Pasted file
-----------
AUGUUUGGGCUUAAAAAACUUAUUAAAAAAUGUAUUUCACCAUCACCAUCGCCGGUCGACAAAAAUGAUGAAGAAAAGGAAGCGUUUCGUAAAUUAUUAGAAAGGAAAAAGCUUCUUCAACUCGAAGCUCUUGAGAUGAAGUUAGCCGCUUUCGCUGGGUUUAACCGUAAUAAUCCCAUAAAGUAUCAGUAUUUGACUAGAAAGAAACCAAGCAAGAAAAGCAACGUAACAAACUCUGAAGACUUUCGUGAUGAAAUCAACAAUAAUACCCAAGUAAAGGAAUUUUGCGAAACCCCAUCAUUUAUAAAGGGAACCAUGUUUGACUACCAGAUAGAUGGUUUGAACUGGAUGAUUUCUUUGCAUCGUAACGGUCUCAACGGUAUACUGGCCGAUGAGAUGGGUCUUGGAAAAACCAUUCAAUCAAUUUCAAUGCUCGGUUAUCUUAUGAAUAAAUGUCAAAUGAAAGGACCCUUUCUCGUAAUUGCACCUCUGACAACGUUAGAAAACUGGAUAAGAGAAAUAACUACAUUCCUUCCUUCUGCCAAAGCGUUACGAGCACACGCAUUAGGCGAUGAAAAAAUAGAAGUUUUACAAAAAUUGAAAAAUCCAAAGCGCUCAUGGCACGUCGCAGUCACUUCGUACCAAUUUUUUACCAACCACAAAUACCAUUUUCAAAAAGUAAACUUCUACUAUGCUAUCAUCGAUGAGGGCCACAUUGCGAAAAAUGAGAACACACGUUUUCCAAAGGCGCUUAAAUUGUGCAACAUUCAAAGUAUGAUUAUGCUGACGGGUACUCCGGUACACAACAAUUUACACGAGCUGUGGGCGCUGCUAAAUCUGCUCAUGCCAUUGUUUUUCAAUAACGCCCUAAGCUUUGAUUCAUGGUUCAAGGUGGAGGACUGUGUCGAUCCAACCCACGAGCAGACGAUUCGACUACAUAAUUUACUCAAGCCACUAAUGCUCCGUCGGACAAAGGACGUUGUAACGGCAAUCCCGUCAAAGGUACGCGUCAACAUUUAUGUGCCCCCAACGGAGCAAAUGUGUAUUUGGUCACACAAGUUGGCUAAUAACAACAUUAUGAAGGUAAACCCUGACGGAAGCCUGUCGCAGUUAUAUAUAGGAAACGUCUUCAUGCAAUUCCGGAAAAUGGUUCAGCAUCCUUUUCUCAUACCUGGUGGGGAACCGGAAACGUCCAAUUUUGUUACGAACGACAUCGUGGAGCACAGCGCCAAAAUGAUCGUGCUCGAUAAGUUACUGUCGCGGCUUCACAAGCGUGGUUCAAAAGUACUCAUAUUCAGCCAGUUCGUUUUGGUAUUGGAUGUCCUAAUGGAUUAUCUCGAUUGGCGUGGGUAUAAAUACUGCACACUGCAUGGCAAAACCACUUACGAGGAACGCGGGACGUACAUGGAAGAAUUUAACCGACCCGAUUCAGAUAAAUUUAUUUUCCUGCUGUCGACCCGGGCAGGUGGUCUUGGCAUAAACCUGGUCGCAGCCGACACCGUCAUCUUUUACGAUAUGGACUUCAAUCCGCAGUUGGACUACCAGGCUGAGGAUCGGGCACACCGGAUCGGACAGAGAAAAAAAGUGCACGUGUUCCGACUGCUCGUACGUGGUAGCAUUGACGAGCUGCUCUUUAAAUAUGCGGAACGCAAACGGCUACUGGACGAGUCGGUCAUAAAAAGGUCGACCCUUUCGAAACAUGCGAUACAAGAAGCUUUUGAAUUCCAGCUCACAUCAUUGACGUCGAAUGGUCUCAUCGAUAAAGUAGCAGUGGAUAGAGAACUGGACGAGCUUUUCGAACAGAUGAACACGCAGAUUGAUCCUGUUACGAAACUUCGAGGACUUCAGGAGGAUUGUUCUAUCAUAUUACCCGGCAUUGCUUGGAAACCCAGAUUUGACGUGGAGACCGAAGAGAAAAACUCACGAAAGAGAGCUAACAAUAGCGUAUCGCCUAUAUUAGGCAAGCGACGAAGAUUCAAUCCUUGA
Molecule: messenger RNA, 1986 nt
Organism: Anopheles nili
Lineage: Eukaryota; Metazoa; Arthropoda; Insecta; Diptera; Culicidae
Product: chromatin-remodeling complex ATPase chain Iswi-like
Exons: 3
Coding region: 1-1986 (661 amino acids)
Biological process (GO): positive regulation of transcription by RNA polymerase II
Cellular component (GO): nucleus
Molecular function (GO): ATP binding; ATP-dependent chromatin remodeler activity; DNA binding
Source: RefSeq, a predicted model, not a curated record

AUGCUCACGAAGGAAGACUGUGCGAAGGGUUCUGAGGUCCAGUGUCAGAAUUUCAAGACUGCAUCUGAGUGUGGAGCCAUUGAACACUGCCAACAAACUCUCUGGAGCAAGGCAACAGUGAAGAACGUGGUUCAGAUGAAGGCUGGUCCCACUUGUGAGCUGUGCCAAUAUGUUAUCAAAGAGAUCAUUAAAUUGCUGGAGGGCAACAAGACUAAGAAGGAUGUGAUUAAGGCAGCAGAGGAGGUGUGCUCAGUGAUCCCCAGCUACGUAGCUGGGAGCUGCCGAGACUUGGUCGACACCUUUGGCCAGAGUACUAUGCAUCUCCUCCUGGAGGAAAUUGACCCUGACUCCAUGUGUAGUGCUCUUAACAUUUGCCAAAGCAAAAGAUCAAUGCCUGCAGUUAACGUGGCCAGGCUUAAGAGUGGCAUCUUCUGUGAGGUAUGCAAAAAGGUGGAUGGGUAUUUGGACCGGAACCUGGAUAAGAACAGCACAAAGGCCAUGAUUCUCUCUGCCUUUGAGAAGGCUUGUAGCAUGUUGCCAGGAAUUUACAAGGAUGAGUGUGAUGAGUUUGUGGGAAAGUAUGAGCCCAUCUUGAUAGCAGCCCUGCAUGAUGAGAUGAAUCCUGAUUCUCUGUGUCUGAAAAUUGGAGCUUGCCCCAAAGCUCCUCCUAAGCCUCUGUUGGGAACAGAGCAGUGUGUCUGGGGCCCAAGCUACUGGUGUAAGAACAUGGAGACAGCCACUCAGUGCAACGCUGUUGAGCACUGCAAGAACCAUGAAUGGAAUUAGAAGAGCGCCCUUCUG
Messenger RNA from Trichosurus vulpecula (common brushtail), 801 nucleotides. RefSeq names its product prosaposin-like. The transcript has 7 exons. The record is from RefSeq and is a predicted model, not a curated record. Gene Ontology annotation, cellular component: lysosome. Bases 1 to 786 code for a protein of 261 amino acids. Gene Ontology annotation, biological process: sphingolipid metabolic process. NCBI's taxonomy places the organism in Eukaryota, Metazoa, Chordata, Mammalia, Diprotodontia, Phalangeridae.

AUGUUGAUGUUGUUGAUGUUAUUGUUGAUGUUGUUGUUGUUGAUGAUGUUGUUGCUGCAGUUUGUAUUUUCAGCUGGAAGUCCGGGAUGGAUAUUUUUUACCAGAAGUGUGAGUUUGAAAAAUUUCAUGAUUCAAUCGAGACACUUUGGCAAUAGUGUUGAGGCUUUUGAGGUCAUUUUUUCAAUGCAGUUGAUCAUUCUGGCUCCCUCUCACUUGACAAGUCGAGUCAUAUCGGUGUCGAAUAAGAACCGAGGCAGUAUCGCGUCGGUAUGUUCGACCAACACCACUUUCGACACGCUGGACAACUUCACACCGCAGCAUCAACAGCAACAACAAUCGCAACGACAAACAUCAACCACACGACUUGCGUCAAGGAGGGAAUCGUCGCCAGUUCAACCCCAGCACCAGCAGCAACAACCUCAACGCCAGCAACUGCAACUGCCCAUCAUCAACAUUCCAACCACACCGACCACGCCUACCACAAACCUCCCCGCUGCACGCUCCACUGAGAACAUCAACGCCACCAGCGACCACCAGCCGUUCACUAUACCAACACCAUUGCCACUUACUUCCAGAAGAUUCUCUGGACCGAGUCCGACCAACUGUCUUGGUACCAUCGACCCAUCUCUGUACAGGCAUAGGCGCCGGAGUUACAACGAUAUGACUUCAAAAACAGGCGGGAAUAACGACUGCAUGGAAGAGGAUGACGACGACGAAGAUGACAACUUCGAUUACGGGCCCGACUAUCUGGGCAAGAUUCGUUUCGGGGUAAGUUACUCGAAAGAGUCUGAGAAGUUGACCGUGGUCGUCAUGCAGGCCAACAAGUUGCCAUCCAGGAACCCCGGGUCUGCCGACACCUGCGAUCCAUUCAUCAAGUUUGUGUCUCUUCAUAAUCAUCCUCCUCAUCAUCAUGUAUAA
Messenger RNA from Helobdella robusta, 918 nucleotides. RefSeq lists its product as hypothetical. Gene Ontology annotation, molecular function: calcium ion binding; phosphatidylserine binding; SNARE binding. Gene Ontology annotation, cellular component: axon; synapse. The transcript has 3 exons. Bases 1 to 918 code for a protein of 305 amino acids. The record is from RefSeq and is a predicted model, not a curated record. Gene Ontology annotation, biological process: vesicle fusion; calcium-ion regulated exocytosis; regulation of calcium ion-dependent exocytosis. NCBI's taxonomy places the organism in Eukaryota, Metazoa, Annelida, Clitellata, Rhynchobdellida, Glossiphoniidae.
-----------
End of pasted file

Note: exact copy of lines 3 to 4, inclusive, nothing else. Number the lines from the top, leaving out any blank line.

Organism: Anopheles nili
Lineage: Eukaryota; Metazoa; Arthropoda; Insecta; Diptera; Culicidae